Our lives are becoming more and more attached to the large phones in our pockets. We spend hours—a little less than three every day—looking at our phone screens, checking email, swiping left and right, scrolling, double tapping, and sharing our way through our digital lives.

Recently, the question has become: “Is that too much time?”

A lot of people seem to think so—including some of the biggest innovators in tech.  The studies are also clear about the reality of screen addiction and the potentially disastrous effects it has on our lives.

Such ominous research has motivated companies like Apple and Google to subscribe to a new “digital wellness” craze by offering features like “Screen Time” and “Digital Wellbeing,” both of which are designed to allow people to monitor the time they spend on their phone. Even individual apps like Facebook and Instagram have gotten in on the deal, releasing their “Activity Dashboard” back in August that allows users to better manage their time on the apps, which are meant to be addictive by design.

Still, some people don’t think that’s going far enough.

Enter Palm.

We had the chance to head up to New York City last week and meet with Palm founders Howard Nuk and Dennis Miloseski, as well as Palm investor and ambassador Steph Curry (yes, that Steph Curry) at the Golden State Warriors vs. New York Knicks game to talk about the Palm, early feedback on the device from critics, the dangers of screen addiction, and why now was the time to launch a phone that is creating quite a bit of controversy in the tech world.

Since we were skeptical of the phone’s practicality ourselves, we took the opportunity to ask some questions and get to the bottom of what, exactly, the overall goal is here.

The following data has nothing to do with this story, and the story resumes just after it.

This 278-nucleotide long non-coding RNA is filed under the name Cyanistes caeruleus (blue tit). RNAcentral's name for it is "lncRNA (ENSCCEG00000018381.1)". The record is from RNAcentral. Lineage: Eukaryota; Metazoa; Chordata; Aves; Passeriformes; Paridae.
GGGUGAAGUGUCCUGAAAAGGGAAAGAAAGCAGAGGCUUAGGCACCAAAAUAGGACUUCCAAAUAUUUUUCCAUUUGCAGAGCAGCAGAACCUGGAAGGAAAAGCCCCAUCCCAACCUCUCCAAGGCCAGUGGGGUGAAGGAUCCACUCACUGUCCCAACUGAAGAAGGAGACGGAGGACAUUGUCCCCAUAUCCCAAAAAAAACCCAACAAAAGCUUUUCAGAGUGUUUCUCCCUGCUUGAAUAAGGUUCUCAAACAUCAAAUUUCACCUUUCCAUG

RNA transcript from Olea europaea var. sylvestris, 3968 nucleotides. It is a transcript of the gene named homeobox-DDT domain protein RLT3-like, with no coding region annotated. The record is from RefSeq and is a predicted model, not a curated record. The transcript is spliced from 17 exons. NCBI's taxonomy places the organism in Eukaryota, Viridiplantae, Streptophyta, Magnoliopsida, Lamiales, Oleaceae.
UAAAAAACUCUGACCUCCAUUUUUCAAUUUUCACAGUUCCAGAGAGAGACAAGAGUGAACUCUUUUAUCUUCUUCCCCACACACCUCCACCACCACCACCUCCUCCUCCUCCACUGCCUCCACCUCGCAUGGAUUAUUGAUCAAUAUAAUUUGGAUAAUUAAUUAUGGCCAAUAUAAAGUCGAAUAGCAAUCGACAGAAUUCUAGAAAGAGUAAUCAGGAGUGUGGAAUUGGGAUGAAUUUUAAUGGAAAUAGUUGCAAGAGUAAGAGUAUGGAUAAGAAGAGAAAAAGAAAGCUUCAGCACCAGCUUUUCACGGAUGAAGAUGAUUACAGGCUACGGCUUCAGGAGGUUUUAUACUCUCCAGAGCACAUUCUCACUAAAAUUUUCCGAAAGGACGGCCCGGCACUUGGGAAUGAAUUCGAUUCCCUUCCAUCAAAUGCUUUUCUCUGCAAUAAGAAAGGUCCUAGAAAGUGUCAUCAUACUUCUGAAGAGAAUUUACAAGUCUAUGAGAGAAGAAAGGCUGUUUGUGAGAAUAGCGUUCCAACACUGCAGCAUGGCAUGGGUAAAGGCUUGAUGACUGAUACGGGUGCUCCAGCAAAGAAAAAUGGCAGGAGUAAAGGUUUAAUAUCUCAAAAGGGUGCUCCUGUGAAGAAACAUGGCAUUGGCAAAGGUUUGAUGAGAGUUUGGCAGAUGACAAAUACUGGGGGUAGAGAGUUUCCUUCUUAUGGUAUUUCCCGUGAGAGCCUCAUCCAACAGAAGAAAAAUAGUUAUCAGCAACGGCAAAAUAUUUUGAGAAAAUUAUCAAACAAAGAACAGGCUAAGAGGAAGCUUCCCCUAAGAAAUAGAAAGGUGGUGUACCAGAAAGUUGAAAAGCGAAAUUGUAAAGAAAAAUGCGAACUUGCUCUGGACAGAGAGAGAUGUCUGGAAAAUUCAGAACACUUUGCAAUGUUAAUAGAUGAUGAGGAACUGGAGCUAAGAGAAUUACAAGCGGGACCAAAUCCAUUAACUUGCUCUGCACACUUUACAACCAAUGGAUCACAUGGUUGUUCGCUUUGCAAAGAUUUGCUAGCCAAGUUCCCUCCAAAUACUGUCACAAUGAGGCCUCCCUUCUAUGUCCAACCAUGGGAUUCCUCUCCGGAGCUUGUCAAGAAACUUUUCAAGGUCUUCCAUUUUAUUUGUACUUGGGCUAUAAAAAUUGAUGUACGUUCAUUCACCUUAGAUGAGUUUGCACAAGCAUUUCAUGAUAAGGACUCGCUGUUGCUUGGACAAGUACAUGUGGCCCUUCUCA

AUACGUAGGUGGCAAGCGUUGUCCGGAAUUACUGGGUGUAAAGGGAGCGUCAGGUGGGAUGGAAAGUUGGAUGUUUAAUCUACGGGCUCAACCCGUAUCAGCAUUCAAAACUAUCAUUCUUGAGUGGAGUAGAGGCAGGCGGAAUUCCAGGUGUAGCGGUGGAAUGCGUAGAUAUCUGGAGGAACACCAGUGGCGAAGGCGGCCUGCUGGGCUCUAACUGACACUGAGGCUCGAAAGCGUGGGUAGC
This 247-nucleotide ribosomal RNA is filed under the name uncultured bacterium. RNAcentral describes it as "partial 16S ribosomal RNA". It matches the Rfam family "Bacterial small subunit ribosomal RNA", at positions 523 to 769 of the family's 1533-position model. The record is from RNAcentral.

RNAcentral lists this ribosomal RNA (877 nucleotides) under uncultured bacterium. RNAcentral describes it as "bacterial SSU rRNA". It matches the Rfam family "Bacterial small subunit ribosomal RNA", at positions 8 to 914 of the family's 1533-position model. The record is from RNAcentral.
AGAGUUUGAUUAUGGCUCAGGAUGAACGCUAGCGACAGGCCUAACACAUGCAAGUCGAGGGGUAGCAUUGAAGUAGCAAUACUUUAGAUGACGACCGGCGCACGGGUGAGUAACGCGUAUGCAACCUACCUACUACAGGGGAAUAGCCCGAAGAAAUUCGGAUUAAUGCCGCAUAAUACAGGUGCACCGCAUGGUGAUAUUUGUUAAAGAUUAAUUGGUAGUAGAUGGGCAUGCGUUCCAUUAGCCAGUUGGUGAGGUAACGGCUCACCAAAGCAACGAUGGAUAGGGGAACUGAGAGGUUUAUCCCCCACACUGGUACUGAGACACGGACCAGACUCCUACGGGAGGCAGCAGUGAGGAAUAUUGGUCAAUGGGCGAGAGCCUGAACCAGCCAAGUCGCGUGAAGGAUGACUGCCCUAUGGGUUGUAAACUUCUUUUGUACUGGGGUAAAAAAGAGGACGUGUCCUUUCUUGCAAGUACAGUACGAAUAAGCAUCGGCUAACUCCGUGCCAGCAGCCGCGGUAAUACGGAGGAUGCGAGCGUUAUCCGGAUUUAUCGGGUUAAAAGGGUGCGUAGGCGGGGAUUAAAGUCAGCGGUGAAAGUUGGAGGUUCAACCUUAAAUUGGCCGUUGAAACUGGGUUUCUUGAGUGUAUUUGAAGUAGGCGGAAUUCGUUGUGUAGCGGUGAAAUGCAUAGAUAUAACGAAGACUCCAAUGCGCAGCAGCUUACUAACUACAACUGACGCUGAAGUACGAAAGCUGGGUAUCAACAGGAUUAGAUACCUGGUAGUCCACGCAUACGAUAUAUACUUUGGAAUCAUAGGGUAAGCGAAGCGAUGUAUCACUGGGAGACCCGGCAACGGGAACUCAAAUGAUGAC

What Is It?

Essentially, the Palm a small, functional, and efficient mini-phone that’s meant to be a companion to your larger, much more capable big-boy smartphone. Palm is about the size of a credit card and features a 3.3-inch HD display (445 PPI high pixel density LCD), impact resistant front and rear Corning Gorilla Glass, a stout 12mp rear camera (with flash), an 8mp front camera, a billet aluminum mid-frame, 3 GB of RAM, 32 GB of storage, a smaller (but adequate) 800mAh battery, in-phone speakers, facial recognition, and 4G LTE connectability.

The phone is designed to sync to your primary Android or iOS device, and has full access to the Google Play store.

… For those keeping score at home, it sounds a lot like the Palm is essentially a really tiny phone. Because it basically is.  But here’s where it steps away from convention.

The Palm has what the brand calls “Life Mode,” which eliminates distractions by silencing all incoming calls and notifications as soon as the screen is turned off. The primary reason we check our phones throughout the day is because we’re slaves to our notifications. The folks at Palm realized this early on in the design process, and Life Mode was the result.


How Can It Help?

“Screens are not the problem,” Miloseski explains to us in a crowded hallway during the game’s third quarter. “I have a big TV that’s made for movies and watching with my loved ones. I have a big smartphone that I send more emails and do more work on than my actual laptop. The Palm represents freedom for me. It puts me in control of and provides access to all the apps I want, and none of what I don’t, and I don’t have to worry about this incoming notification stream that bogs us all down every day.”

From what we gathered, the idea behind the phone is to give users access to all the things they value on their bigger devices.